What Are Breast Cysts, and Do They Always Lead to Cancer?
Of the many benign breast disorders affecting 50 percent of women over 20 years old worldwide, cysts are one of the most common, next to painful breasts and mastitis. Breast cysts develop among women regardless of age. However, studies have shown they disproportionately affect women in the 30 to 50 age group and usually disappear post-menopause. While predominantly affecting women, men can also have breast cysts, although it is incredibly rare.
A breast cyst feels like a round or oval well-defined lump inside the breast. They are generally benign, relatively soft, fluid-filled sacs that feel mobile and slightly compressible. Cysts can appear as a single cyst or multiple cysts grouped together.
Preventive health is key for overall breast health.
For some women, breast cysts can involve localized pain, which can trigger cancer fears. Other women experience no pain with the condition.
Exactly why or how breast cysts develop is still unclear. Nevertheless, these usually develop tied to changing hormonal levels due to menstruation. Breast cysts should not be confused with oil cysts, hematomas or scarring from fat necrosis that forms after breast trauma (like from a seat belt in a car accident). Your doctor can determine what kind of lump you are feeling in your breast.
Types of breast cysts
Breast cysts are usually discovered by chance during a routine breast examination or a visit to a breast clinic. Once a breast lump is found, your physician will likely order follow-up studies to learn more about the structure of the lump and determine the next steps.
Doctors diagnose breast cysts through ultrasound imaging, especially for patients under 40 years old. However, some specialists may require a mammogram for a more comprehensive evaluation.
These imaging studies help classify the cyst as simple, complex or complicated.
- Simple cysts are fluid-filled sacs with smooth and thin walls that sound waves pass through. These cysts are considered benign and usually require no further follow-up unless they are causing discomfort.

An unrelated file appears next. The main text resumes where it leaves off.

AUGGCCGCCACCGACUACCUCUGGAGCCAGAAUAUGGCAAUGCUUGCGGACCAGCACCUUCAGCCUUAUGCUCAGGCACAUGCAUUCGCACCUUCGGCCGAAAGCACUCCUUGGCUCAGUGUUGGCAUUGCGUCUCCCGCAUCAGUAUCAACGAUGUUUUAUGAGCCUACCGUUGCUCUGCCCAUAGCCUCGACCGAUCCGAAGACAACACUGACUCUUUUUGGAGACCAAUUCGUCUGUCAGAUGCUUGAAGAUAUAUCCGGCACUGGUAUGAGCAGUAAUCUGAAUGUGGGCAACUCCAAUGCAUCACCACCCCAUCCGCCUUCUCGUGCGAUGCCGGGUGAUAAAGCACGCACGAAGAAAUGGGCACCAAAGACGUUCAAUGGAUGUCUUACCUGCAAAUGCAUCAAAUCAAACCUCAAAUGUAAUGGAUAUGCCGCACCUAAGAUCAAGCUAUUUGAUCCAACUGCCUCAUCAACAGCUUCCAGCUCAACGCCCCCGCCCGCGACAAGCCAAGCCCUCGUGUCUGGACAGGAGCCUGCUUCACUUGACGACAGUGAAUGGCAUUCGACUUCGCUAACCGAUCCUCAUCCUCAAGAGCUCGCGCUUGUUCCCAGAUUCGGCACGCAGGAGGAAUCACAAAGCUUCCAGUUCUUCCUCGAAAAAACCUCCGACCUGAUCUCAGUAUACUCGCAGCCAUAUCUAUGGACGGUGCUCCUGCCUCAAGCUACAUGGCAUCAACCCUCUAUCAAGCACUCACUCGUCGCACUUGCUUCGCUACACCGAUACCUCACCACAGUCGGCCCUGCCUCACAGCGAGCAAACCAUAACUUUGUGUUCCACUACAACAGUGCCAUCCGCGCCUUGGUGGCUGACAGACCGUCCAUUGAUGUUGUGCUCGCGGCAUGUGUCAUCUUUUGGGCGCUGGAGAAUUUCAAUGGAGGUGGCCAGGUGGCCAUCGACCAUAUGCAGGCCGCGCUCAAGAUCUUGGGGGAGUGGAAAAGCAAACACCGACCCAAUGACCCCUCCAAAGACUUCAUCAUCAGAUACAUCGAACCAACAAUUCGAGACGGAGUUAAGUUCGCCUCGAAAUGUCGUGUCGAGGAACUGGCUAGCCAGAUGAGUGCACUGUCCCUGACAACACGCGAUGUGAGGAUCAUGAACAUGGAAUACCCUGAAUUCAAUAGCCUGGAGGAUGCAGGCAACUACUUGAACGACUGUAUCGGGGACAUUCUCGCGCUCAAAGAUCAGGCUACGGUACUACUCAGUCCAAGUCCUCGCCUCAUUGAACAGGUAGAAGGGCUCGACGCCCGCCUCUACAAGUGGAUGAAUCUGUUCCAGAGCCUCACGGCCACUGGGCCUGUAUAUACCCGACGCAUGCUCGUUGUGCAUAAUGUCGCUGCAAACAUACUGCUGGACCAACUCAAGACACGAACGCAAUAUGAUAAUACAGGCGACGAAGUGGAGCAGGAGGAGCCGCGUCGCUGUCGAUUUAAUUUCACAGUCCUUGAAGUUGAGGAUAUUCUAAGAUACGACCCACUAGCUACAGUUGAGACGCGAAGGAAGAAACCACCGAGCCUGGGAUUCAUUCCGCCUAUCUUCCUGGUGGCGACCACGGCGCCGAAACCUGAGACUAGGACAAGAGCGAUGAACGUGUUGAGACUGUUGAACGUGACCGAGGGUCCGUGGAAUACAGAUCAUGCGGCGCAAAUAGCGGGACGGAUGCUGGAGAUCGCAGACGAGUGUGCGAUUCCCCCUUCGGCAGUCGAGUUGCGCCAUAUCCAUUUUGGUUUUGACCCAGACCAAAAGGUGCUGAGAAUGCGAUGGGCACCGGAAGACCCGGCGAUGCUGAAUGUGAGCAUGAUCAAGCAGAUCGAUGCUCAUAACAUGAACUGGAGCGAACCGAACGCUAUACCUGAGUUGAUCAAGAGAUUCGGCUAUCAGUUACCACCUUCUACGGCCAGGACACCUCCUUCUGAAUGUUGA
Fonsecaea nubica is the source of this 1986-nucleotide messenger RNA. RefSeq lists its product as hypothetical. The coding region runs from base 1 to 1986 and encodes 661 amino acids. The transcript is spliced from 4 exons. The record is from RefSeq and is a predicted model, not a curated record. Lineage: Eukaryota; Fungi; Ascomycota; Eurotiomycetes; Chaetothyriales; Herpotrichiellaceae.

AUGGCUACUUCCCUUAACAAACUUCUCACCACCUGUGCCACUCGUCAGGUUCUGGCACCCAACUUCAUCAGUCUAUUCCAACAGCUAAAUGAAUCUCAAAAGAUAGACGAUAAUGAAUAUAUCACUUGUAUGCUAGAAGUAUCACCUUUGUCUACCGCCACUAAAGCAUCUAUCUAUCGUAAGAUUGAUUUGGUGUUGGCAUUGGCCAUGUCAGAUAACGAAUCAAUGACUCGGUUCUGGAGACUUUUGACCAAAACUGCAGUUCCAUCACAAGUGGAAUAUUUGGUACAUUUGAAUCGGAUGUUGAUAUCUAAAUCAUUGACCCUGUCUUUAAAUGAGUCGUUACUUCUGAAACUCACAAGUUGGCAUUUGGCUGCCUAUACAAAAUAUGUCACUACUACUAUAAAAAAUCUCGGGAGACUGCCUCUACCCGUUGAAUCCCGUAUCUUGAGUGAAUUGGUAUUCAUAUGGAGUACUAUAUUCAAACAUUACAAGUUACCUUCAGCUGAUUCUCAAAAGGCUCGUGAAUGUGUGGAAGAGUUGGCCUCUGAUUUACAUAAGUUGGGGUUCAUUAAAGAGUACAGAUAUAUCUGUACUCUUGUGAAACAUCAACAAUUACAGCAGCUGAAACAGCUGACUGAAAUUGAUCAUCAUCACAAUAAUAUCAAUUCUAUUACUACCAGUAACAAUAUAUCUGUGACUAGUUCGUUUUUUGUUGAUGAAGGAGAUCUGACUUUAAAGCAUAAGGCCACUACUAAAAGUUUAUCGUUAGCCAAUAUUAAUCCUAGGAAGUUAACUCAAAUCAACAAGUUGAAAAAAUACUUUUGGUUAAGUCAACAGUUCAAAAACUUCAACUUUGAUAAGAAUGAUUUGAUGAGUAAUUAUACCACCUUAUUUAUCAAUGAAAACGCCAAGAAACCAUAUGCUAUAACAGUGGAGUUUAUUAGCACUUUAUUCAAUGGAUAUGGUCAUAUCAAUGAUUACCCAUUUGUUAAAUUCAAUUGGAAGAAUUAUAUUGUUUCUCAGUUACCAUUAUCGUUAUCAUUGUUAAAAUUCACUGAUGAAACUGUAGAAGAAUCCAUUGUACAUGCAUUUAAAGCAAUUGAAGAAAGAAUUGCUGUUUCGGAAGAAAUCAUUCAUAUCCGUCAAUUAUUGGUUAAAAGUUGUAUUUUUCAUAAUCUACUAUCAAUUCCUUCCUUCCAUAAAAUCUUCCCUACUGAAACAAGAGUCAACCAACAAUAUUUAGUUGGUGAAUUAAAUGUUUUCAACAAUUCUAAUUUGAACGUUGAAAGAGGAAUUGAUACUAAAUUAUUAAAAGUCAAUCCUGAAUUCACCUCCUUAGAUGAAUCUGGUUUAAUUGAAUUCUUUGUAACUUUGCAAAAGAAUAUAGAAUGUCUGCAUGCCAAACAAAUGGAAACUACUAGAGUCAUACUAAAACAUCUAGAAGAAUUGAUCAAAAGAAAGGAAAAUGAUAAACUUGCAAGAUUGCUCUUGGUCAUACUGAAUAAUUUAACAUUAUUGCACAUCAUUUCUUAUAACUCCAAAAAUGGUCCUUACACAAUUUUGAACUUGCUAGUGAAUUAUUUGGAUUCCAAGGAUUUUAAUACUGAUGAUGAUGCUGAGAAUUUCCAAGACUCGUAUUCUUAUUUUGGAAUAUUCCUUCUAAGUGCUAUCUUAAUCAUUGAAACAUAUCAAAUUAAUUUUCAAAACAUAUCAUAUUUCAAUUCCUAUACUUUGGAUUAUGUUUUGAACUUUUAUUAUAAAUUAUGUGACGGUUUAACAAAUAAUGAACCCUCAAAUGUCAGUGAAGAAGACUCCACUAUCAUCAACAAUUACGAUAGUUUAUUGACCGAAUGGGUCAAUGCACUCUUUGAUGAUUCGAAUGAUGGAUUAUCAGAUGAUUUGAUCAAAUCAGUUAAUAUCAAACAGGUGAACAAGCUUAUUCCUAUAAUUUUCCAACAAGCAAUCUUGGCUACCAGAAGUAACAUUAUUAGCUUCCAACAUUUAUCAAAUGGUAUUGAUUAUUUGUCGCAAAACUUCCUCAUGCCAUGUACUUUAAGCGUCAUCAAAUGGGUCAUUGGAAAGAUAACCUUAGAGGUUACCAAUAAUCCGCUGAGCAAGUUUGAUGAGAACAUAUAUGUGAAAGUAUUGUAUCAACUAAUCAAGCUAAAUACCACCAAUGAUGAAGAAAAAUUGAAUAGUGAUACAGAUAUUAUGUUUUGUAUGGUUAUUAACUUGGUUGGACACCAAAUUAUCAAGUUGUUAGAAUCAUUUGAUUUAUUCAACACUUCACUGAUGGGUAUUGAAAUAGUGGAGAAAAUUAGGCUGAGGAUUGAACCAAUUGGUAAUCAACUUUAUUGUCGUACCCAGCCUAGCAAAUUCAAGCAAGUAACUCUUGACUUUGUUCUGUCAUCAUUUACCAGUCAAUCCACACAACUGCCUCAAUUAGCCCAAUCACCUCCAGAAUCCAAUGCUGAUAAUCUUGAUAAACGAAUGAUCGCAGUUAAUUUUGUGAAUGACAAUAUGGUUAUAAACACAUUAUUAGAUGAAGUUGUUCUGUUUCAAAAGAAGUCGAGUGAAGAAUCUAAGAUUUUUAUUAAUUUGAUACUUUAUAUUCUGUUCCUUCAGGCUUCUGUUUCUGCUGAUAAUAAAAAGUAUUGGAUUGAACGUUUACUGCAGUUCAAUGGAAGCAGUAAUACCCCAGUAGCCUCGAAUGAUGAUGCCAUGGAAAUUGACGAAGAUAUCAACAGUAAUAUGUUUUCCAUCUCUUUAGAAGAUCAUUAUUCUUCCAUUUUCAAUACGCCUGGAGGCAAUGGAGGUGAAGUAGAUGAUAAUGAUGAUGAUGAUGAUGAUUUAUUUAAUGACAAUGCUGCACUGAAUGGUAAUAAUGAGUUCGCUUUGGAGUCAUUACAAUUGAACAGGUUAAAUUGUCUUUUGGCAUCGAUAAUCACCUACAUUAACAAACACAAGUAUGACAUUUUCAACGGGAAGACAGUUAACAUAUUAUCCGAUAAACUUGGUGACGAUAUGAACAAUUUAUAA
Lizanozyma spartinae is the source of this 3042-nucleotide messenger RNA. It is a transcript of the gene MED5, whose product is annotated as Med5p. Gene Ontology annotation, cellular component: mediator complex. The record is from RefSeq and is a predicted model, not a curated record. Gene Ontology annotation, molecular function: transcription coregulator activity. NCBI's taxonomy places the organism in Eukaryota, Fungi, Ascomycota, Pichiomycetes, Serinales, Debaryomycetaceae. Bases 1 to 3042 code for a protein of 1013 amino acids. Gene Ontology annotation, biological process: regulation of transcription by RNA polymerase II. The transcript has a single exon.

- Complicated cysts are caught in the middle of simple and complex cysts, and are mostly fluid-filled sacs but with some solid areas detected. Unlike complex cysts, these do not have perceptible thick walls. The risk of malignancy with complicated cysts is less than 2 percent.
- Complex cysts are irregularly-shaped sacs with distinct solid areas within the fluid. They can have thick walls both outside and inside the sac. Because of these more concerning features, complex cysts often need further evaluation of the fluid or solid components or both. These samples are usually obtained using a needle.
Do breast cysts lead to cancer?
Breast cysts are usually simple cysts, and they are almost always benign or noncancerous. Since cysts are hormonally responsive, they generally resolve after a woman experiences menopause. Studies suggest that breast cysts do not increase the risk of breast cancer. However, women who possess other cancer risk factors, such as family history, should be cautious and schedule regular breast exams with their gynecologist.
Of the three types of breast cysts, complex cysts may require further assessment to rule out breast cancer. Generally, your physician will schedule repeat imaging (in 6-12 months). If the mass remains stable, then it no longer needs to be followed. If the mass presents any changes, further testing, such as needle biopsy, will be performed.
Preventive health is key for overall breast health. Not every breast lump is cancer, and there are a lot of benign conditions, such as cysts, that can cause breast changes. If you or your doctor notice a new lump or other change in your breast tissue, it is important to complete the follow-up testing. However, take comfort knowing that the lump is more likely to be benign than not.